David Cameron – 2016 Statement on European Council


Below is the text of the statement made by David Cameron, the Prime Minister, in the House of Commons, London, on 5 January 2016.

With permission, Mr Speaker, I would like to make a statement on the European Council meeting which took place before Christmas.

The Council focused on 3 issues – migration, terrorism and the UK’s renegotiation.

I’ll take each in turn.


First, on migration, even in winter there are still many migrants coming to Europe, with over 3,000 arriving via the eastern Mediterranean route each day.

Now of course, Britain is not part of the Schengen open border arrangements and we’re not going to be joining.

We have our own border controls and our border controls apply to everyone attempting to enter the UK and every day those border controls help to keep us safe.

Let me repeat: these controls apply to all – including EU citizens and we have stopped nearly 95,000 people at our borders since 2010, including almost 6,000 EU nationals.

These people were not allowed to come in. What Schengen countries are now trying trying to put in place are a pale imitation of what we already have.

What they do is, of course, a matter for them. But it is in our interests to help our European partners secure their external borders.

So we have provided more technical expertise to the European Asylum Support Office than any other European country including practical assistance to help with registering and fingerprinting of migrants when they arrive in countries like Greece and Italy.

We have also focused on the root causes – not just the consequences – of the migration crisis.

That is why we continue to play a leading role in the efforts of the International Syria Support Group to end the conflict in Syria through a political process and that’s why we have backed the agreement reached in Morocco which should pave the way for a new united, national government in Libya.

We have deployed HMS Enterprise in the Mediterranean to go after the people traffickers. We have provided £1.12 billion in humanitarian assistance for the Syrian conflict – by far the largest commitment of any European country, and second only to America.

Find out about Syria refugees: UK government response
And the donor conference that I am hosting next month together with Germany, Kuwait, Norway and the United Nations will help further, raising significant new funding to help refugees in the region this year.

Mr Speaker, the Council focused on implementing the previously agreed measures on refugee resettlement.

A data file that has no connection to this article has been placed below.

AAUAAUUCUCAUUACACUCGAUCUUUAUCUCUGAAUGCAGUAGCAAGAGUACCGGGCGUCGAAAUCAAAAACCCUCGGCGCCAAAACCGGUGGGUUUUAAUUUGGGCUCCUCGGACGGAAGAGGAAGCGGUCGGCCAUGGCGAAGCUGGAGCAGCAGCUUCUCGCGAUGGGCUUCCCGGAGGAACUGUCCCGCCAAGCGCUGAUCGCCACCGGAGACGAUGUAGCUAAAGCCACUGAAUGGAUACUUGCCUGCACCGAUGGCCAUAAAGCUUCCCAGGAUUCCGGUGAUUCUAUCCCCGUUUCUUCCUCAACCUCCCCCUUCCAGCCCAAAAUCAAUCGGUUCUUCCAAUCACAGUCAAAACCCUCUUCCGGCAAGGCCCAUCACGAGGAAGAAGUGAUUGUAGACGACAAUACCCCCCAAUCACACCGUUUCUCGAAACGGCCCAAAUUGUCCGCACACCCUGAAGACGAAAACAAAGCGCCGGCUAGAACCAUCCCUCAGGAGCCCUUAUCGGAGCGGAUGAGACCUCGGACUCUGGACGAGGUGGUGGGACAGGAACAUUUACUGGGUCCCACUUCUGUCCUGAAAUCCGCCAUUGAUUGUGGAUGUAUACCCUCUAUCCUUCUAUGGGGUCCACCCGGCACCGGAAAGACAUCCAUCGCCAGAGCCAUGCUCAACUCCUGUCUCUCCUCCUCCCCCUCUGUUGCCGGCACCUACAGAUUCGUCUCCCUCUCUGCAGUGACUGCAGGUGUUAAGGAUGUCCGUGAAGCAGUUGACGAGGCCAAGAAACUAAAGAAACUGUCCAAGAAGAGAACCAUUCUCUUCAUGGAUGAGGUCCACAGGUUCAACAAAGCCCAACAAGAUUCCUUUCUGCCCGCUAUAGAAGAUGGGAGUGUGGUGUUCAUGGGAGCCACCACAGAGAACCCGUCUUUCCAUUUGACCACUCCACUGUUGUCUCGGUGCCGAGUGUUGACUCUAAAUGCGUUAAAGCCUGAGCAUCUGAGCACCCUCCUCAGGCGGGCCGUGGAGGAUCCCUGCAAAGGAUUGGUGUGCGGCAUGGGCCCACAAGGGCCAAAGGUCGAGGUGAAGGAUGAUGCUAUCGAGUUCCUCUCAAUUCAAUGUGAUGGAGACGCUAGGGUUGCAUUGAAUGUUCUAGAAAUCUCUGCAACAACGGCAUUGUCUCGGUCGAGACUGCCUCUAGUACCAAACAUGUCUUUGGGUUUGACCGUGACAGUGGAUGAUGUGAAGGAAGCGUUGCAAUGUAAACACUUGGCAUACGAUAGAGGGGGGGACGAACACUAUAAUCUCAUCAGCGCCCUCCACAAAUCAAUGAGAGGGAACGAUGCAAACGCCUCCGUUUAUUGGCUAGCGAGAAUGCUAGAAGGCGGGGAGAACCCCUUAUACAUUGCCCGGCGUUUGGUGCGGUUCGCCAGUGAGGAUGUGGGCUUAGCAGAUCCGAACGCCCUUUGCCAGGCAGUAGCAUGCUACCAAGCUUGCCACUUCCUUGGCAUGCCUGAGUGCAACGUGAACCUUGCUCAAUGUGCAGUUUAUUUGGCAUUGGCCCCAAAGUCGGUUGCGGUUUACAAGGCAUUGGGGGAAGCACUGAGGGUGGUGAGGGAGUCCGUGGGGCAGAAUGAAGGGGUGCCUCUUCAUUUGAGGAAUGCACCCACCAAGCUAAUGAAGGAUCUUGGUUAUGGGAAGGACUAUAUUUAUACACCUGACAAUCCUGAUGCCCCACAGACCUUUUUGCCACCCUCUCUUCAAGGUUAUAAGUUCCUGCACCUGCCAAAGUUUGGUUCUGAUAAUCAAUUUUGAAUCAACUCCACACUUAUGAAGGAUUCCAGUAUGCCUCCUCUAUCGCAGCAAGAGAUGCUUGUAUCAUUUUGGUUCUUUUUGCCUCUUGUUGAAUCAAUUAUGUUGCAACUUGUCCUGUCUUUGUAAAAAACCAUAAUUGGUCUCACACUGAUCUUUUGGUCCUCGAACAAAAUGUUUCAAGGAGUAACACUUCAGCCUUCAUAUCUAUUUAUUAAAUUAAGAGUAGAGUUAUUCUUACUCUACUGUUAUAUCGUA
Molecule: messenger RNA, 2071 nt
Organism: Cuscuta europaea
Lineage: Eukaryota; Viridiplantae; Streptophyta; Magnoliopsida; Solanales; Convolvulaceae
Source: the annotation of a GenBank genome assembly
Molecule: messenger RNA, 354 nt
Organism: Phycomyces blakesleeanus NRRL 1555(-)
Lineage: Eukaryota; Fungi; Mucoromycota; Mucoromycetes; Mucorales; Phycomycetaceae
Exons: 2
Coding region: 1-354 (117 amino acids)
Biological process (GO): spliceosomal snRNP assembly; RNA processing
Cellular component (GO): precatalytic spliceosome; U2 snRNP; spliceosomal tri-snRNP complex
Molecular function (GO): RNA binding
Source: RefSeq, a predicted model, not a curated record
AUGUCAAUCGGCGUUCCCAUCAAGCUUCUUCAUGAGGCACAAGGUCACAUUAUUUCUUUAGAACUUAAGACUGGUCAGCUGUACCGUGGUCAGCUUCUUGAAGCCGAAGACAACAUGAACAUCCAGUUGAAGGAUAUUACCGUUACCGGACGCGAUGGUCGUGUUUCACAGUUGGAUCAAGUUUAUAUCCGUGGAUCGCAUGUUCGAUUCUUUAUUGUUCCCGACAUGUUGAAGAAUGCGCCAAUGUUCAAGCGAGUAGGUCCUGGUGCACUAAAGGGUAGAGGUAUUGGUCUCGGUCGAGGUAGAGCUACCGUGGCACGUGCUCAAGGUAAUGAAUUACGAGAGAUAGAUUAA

In Britain, we said that we would resettle 20,000 Syrian refugees during this Parliament, taking them directly from the camps.

And I can tell the House that – exactly as promised – over 1,000 Syrian refugees from camps in Turkey, Jordan and Lebanon were resettled here in time for Christmas. These people are now in homes, their children are starting this new year in our schools and they can look forward to building a new life here in Britain.

I know many in this House have called for us to take more refugees, or take part in EU relocation and resettlement schemes.

The reality is that we have already done significantly more than most of our EU partners in this regard.

Indeed the House might be interested to hear the figures. By the time of the December Council, only 208 refugees had been relocated within the EU – that was out of the 160,000 agreed. And in all other member states put together, according to the most recent statistics, just 483 refugees had been resettled from outside the EU under the EU’s voluntary resettlement scheme.

The point is clear: we’ve said what we would do – and got on and done it.


Turning to terrorism, the latest appalling video from Daesh is a reminder of their brutality and barbarism. It is desperate stuff from an organisation that hates us not for what we do, but for what we are – a democratic multi-faith, multi-ethnic nation built on tolerance, democracy and respect for human rights.

Mr Speaker, Britain will never be cowed by terror. We will stand up and defend our values and our way of life. And with patience and persistence we will defeat these extremists and eradicate this evil organisation.

Mr Speaker, I am sure the whole House will want to join with me in paying tribute to the British servicemen and women who have spent this Christmas and New Year away from their families.

In the last month RAF aircraft have conducted 82 strikes in Iraq and Syria. In recent weeks the priority of the international coalition has been supporting the Iraqi Security Forces’ successful recapture of Ramadi, to which our air strikes made an important contribution. They have also helped Kurdish forces repel major Daesh counter-attacks in northern Iraq.